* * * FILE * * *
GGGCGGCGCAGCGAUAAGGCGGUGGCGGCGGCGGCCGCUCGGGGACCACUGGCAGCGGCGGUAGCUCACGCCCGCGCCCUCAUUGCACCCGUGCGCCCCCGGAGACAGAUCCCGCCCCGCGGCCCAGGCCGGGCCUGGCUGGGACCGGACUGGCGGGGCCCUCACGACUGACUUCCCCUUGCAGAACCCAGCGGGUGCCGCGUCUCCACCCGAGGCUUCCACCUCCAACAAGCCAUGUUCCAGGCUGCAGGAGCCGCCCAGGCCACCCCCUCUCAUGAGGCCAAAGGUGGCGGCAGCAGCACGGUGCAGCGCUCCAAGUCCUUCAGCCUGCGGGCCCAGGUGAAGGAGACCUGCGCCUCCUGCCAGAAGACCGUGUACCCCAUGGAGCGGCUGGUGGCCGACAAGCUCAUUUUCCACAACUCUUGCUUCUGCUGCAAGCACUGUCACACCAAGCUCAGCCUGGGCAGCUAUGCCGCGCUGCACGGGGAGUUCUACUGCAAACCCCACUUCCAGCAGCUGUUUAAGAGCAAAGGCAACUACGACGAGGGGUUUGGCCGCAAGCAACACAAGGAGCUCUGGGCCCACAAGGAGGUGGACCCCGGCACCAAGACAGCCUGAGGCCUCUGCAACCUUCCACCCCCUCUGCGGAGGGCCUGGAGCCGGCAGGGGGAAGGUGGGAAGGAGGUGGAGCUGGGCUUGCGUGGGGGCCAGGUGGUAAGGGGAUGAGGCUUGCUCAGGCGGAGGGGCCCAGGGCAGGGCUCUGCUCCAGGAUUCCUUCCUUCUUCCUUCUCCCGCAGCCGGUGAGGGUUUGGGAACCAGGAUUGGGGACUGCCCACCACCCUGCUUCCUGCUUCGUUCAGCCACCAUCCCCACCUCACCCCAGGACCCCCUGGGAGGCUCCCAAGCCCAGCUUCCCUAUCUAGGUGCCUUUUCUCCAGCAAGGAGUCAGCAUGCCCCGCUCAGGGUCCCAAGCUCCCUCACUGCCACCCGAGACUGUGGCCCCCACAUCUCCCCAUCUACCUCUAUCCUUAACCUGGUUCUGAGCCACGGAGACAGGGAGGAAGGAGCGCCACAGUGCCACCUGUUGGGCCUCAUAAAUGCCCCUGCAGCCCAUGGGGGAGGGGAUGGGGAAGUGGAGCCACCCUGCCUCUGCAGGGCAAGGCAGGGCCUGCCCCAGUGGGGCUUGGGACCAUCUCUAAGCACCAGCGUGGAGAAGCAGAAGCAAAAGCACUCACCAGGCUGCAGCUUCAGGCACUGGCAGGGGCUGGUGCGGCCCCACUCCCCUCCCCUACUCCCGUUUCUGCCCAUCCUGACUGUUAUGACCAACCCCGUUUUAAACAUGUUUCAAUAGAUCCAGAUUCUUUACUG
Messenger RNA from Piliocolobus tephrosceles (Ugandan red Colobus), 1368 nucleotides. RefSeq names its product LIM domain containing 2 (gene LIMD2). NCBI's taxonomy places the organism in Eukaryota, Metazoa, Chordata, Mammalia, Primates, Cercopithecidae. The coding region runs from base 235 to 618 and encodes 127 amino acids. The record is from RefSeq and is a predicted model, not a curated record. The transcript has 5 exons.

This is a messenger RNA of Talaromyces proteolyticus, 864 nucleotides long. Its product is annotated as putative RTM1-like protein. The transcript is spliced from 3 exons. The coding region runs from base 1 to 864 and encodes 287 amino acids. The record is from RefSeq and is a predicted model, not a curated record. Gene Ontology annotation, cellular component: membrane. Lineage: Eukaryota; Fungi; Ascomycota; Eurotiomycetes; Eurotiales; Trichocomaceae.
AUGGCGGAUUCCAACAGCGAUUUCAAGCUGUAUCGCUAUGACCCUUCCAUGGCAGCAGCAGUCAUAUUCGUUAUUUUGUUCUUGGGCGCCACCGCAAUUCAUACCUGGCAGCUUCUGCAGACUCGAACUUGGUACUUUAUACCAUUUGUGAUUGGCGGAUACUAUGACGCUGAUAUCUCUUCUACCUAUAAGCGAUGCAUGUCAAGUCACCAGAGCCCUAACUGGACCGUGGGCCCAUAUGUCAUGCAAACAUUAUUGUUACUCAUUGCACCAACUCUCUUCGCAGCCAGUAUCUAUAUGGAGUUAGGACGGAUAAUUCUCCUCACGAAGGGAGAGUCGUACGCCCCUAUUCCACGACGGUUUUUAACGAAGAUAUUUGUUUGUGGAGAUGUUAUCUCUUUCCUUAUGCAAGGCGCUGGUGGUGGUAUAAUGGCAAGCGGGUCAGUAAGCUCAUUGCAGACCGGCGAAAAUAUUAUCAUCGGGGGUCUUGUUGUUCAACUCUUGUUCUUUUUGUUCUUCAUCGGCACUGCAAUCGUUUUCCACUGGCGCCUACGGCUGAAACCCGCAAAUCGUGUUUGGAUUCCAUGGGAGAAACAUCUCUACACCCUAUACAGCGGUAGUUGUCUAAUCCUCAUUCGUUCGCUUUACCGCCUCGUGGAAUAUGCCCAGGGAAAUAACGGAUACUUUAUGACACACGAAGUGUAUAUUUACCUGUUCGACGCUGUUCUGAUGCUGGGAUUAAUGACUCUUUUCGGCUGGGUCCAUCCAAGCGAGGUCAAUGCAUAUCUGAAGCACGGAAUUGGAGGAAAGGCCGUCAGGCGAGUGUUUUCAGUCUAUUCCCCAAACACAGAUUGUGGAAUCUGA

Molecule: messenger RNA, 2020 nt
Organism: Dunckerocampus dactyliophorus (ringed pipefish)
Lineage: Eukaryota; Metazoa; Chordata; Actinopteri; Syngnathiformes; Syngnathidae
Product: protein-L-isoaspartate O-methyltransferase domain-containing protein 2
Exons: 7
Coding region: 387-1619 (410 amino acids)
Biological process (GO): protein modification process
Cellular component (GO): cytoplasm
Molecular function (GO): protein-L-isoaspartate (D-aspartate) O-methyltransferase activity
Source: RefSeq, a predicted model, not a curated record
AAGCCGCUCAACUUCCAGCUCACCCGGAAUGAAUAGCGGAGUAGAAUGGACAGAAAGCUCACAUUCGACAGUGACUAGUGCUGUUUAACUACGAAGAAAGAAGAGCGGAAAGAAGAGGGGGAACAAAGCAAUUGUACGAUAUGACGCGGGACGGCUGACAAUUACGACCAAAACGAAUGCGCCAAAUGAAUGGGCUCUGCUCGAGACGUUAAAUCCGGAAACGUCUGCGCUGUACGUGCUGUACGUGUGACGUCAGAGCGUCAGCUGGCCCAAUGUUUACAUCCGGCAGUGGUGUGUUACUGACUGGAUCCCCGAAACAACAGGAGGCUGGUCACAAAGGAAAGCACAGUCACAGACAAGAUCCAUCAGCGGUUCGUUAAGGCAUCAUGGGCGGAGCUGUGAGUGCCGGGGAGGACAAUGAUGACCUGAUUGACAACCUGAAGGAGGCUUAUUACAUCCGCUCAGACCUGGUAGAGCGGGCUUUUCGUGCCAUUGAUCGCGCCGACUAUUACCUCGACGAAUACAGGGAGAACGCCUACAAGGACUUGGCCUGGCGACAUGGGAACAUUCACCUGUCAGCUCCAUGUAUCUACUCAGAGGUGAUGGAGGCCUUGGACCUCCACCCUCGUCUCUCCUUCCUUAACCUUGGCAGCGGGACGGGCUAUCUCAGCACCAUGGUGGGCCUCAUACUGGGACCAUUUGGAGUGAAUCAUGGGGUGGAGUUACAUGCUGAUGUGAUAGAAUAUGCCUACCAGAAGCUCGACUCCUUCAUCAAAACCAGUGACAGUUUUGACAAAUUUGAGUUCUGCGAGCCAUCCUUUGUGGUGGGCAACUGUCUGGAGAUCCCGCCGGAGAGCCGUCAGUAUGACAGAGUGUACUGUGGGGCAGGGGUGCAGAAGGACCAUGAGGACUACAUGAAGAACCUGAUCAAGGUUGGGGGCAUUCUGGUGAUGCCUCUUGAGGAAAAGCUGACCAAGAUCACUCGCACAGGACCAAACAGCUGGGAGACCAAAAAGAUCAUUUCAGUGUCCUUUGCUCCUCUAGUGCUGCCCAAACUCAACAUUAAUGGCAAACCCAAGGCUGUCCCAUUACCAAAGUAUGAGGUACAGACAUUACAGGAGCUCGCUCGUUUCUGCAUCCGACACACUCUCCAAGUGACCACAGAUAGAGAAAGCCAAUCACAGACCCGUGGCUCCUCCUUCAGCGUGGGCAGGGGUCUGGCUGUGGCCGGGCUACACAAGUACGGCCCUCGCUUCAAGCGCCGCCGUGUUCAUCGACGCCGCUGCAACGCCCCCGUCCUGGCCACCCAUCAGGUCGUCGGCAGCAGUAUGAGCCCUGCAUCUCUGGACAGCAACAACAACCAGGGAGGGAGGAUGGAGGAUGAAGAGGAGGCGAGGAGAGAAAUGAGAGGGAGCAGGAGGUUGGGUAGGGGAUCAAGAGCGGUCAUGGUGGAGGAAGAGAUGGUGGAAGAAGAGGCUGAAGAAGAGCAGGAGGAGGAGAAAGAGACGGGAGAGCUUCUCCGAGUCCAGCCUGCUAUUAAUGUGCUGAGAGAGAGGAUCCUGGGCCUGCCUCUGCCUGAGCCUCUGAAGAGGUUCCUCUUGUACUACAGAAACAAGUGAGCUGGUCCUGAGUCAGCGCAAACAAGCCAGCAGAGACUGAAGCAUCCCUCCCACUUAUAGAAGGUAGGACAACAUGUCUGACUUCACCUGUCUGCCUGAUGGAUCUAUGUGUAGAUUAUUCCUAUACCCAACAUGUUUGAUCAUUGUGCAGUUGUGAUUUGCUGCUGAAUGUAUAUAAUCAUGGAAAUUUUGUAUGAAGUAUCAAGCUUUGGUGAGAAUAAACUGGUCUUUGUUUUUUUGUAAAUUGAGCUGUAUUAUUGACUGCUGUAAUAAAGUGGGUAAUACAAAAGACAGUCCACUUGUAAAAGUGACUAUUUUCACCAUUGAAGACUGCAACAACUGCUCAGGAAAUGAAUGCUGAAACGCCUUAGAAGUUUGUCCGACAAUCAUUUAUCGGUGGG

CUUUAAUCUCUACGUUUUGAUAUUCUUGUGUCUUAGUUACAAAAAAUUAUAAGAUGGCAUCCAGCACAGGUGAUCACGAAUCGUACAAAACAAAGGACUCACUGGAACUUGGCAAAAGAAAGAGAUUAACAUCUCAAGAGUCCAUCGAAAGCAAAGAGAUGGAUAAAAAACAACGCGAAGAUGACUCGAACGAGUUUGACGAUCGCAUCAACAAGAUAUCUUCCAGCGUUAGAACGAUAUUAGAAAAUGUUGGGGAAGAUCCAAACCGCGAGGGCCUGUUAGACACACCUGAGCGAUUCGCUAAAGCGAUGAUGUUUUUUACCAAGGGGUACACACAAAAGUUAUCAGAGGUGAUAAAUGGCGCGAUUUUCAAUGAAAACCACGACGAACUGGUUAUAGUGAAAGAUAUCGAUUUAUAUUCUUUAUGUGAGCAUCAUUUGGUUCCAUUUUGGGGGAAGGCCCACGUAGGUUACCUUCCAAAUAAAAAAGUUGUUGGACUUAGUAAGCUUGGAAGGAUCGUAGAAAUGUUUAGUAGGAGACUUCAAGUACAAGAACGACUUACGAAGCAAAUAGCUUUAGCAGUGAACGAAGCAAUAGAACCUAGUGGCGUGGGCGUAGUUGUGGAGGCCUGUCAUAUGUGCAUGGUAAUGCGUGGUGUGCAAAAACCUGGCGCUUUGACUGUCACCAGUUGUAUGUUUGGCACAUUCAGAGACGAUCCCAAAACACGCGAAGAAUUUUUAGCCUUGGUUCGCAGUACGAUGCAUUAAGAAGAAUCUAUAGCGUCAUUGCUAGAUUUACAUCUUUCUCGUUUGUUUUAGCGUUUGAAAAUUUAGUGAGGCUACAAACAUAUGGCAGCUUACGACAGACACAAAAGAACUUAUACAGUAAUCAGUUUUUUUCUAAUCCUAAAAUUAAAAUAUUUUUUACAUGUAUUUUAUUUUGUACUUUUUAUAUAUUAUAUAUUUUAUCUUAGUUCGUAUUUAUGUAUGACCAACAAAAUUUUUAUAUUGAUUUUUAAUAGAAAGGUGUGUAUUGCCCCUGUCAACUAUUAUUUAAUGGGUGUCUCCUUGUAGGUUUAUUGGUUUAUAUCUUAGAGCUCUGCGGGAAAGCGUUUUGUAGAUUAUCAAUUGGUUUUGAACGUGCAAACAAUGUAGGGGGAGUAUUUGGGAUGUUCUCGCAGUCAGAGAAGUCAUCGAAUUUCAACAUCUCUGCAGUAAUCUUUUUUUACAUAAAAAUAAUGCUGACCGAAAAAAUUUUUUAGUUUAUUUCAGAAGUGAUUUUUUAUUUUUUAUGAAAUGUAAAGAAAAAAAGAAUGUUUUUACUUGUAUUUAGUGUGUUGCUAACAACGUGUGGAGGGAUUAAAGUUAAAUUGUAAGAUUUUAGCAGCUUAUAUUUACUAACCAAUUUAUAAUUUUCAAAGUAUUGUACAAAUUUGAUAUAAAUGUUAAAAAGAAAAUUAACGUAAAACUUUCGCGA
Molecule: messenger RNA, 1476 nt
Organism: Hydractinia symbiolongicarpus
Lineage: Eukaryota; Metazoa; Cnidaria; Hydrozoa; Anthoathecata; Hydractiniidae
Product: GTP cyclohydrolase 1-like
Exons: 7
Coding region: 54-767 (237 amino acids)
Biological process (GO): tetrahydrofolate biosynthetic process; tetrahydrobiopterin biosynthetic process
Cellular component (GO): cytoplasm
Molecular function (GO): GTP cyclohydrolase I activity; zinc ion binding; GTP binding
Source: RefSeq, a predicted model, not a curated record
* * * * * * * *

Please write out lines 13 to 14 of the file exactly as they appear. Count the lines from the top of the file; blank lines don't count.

Molecular function (GO): protein-L-isoaspartate (D-aspartate) O-methyltransferase activity
Source: RefSeq, a predicted model, not a curated record